A few years ago, Hugh Grant starred in a film called Two Weeks Notice. (In a daring career gamble for Grant, it was a romantic comedy.)
The movie received mixed reviews from critics, many of whom pointed out that it seemed to lack some of the basic qualities of a good romantic comedy, like romance and comedy. One other element conspicuously missing from the film was a possessive apostrophe in the title. Two Weeks Notice should really have been called Two Weeks’ Notice. The concept that an abstract notion, such as a period of time, should be able to ‘own’ anything may seem strange in many ways, but in the wonderful world of sentence structure, that sense of possessive ownership does indeed apply. The two weeks do effectively ‘own’ the notice, just as a film about guinea pigs owned by Kenny Biggs should be called Kenny Biggs’ Guinea Pigs.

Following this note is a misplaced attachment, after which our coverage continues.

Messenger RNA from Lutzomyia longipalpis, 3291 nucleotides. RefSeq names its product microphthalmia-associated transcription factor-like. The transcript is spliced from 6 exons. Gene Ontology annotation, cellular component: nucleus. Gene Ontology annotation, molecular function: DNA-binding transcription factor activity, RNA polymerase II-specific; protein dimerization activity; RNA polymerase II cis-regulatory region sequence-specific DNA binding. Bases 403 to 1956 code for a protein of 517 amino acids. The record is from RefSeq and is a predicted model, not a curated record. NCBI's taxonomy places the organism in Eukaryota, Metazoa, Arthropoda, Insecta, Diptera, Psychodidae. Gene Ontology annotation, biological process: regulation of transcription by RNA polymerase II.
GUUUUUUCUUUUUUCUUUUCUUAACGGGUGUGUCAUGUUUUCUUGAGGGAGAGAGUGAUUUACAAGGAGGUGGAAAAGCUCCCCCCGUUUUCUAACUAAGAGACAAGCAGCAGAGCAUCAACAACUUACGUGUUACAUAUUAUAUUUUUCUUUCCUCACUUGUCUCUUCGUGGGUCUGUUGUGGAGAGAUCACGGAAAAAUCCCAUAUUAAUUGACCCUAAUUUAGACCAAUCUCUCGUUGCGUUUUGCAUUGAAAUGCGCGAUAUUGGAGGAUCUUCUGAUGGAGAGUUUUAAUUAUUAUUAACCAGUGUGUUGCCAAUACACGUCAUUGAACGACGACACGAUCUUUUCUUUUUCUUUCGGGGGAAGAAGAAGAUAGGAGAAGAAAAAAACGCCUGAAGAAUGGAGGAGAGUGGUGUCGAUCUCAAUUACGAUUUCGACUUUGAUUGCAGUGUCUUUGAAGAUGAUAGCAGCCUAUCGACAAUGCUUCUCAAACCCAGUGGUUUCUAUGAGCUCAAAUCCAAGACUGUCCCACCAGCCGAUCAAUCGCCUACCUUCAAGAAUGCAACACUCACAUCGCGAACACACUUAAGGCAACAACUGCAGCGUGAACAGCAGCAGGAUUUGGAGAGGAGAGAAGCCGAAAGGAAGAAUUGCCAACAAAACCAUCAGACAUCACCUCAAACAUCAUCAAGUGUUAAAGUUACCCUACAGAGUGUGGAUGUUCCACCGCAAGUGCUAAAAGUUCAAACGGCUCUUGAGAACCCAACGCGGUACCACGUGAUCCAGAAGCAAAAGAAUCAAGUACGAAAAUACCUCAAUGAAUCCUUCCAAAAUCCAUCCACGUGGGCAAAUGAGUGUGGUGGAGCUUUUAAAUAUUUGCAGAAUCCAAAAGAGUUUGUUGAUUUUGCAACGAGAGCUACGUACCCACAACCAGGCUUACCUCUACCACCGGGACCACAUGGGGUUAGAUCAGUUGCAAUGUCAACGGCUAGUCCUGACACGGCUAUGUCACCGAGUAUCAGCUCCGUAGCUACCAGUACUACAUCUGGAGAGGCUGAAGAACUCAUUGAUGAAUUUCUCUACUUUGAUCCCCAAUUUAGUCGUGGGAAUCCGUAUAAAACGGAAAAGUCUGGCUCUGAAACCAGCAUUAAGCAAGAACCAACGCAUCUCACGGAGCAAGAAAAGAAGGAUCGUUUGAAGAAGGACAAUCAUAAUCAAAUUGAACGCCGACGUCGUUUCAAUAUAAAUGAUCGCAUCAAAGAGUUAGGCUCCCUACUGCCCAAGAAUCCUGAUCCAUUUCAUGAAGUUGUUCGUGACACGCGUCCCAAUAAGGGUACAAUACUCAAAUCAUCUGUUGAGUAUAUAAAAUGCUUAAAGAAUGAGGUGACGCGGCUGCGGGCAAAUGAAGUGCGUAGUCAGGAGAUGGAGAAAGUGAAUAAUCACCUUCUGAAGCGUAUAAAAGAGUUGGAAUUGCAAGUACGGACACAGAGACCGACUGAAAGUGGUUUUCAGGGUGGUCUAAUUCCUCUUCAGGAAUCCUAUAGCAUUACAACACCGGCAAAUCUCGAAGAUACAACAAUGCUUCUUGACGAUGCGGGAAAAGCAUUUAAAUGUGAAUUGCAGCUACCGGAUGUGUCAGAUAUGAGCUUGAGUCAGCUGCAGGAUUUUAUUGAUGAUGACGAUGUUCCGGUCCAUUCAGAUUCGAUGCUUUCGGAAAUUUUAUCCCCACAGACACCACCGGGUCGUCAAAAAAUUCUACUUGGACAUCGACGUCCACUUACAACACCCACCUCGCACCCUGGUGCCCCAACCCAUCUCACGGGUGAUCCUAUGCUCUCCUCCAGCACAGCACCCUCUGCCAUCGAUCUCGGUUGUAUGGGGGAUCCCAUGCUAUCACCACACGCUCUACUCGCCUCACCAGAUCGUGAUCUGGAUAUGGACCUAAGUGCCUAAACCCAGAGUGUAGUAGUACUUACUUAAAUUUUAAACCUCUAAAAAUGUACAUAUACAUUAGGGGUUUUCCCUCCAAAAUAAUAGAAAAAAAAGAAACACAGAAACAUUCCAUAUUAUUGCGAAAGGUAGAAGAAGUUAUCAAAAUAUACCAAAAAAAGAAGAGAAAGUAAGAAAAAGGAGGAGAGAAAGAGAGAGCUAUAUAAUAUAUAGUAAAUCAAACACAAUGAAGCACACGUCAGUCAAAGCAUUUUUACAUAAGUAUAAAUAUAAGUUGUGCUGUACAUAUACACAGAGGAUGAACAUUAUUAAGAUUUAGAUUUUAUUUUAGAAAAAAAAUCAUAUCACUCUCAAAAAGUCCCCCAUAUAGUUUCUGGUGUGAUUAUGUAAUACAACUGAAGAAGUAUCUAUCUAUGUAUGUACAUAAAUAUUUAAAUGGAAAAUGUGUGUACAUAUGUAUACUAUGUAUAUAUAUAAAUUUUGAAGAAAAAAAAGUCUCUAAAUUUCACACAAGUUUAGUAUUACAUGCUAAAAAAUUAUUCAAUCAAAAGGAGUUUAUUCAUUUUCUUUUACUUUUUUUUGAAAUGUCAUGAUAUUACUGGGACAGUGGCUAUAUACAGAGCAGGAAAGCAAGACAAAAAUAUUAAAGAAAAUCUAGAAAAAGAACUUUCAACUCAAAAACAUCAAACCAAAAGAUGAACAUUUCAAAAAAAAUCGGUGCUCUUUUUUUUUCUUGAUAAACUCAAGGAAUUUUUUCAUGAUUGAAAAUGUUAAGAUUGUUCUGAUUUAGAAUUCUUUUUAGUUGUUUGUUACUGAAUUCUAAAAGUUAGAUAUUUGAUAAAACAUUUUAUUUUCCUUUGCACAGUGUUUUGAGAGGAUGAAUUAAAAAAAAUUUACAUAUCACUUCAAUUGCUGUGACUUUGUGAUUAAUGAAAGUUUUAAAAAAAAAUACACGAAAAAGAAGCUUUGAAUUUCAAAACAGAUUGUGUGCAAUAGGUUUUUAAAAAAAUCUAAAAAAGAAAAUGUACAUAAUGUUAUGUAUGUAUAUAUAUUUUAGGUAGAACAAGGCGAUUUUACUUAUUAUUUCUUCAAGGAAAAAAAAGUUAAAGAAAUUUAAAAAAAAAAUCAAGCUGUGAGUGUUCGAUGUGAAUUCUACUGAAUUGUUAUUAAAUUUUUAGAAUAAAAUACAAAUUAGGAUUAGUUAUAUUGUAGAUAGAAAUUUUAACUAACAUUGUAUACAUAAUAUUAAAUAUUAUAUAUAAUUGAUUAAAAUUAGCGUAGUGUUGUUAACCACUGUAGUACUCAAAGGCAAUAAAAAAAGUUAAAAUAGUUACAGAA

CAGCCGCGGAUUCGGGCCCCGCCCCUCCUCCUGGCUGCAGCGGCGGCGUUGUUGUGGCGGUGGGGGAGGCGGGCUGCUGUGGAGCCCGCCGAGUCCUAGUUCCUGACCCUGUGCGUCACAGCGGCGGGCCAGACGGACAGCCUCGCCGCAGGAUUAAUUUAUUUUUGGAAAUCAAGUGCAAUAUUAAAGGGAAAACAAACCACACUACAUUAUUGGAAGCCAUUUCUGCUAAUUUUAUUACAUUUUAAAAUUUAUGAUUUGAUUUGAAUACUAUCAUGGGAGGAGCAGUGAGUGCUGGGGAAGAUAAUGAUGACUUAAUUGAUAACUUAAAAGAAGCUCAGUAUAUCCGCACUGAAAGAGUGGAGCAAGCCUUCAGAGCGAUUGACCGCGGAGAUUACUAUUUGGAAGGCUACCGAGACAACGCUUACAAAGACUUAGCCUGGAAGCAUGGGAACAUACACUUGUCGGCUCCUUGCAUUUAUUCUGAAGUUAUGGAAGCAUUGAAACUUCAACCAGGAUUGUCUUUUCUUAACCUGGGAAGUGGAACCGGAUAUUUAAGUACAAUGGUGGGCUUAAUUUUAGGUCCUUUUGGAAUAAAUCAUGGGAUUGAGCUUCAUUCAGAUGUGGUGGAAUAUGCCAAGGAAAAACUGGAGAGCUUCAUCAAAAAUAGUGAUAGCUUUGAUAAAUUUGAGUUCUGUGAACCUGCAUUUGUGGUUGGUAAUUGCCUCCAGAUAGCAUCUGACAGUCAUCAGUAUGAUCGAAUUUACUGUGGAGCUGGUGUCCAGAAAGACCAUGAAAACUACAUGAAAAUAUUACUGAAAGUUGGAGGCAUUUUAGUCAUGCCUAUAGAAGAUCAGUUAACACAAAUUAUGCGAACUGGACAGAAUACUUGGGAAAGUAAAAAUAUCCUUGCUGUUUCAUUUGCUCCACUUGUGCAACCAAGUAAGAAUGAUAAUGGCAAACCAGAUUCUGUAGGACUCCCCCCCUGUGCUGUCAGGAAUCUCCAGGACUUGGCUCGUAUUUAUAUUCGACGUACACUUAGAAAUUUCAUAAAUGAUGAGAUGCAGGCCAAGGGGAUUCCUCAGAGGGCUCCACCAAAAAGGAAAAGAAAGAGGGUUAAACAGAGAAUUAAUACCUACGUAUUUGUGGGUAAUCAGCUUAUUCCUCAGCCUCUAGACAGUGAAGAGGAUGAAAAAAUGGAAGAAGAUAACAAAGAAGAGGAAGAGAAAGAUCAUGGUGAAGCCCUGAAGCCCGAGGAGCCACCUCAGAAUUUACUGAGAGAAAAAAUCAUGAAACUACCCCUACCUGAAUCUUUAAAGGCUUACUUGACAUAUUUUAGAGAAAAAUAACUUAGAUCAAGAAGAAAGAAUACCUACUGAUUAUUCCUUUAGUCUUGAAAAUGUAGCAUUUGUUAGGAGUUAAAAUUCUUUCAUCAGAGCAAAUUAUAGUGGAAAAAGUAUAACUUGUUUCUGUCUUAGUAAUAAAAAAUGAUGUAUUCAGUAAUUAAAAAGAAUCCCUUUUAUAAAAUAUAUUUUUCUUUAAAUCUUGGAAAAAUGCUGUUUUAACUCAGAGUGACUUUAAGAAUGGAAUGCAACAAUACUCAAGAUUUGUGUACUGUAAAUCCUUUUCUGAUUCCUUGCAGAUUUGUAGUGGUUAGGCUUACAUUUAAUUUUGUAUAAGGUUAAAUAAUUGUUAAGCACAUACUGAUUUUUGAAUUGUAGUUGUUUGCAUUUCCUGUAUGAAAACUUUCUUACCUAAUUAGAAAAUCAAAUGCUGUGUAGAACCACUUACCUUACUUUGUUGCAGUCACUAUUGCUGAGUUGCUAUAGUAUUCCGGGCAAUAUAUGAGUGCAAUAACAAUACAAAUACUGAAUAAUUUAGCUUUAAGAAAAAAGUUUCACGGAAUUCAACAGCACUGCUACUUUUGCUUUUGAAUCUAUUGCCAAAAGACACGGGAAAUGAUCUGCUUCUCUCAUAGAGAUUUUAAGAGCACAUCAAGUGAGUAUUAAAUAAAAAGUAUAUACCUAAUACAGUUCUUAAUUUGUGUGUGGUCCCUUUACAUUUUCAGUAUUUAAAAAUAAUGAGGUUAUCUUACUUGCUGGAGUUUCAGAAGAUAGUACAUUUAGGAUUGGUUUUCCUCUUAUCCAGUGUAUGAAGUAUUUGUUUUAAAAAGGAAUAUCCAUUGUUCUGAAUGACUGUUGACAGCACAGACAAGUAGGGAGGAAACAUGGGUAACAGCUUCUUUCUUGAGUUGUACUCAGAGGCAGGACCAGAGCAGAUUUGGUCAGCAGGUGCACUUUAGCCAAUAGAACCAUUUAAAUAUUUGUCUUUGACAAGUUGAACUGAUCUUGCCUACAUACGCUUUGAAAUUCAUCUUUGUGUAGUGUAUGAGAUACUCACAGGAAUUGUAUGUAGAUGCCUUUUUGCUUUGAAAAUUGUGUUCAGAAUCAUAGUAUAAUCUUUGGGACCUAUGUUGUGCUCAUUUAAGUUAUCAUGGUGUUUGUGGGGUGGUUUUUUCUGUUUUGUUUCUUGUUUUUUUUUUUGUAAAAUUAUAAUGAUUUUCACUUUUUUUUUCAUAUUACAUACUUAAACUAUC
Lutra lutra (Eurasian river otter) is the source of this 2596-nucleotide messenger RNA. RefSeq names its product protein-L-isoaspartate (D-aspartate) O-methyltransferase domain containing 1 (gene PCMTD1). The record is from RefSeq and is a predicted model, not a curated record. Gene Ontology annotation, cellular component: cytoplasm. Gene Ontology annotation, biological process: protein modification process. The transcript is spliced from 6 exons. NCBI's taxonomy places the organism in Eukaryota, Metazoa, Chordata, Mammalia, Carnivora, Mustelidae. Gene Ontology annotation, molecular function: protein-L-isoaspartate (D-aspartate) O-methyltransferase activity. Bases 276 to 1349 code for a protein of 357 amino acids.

By extension, therefore, we should talk about something happening in two weeks’ time, or one year’s time, or at 12 seconds’ notice. Possessive apostrophes are necessary in all such cases.
Next month, we’ll be looking at the philosophical question of whether time itself can ever be truly possessed by anyone, with our guest blogger Doctor Who.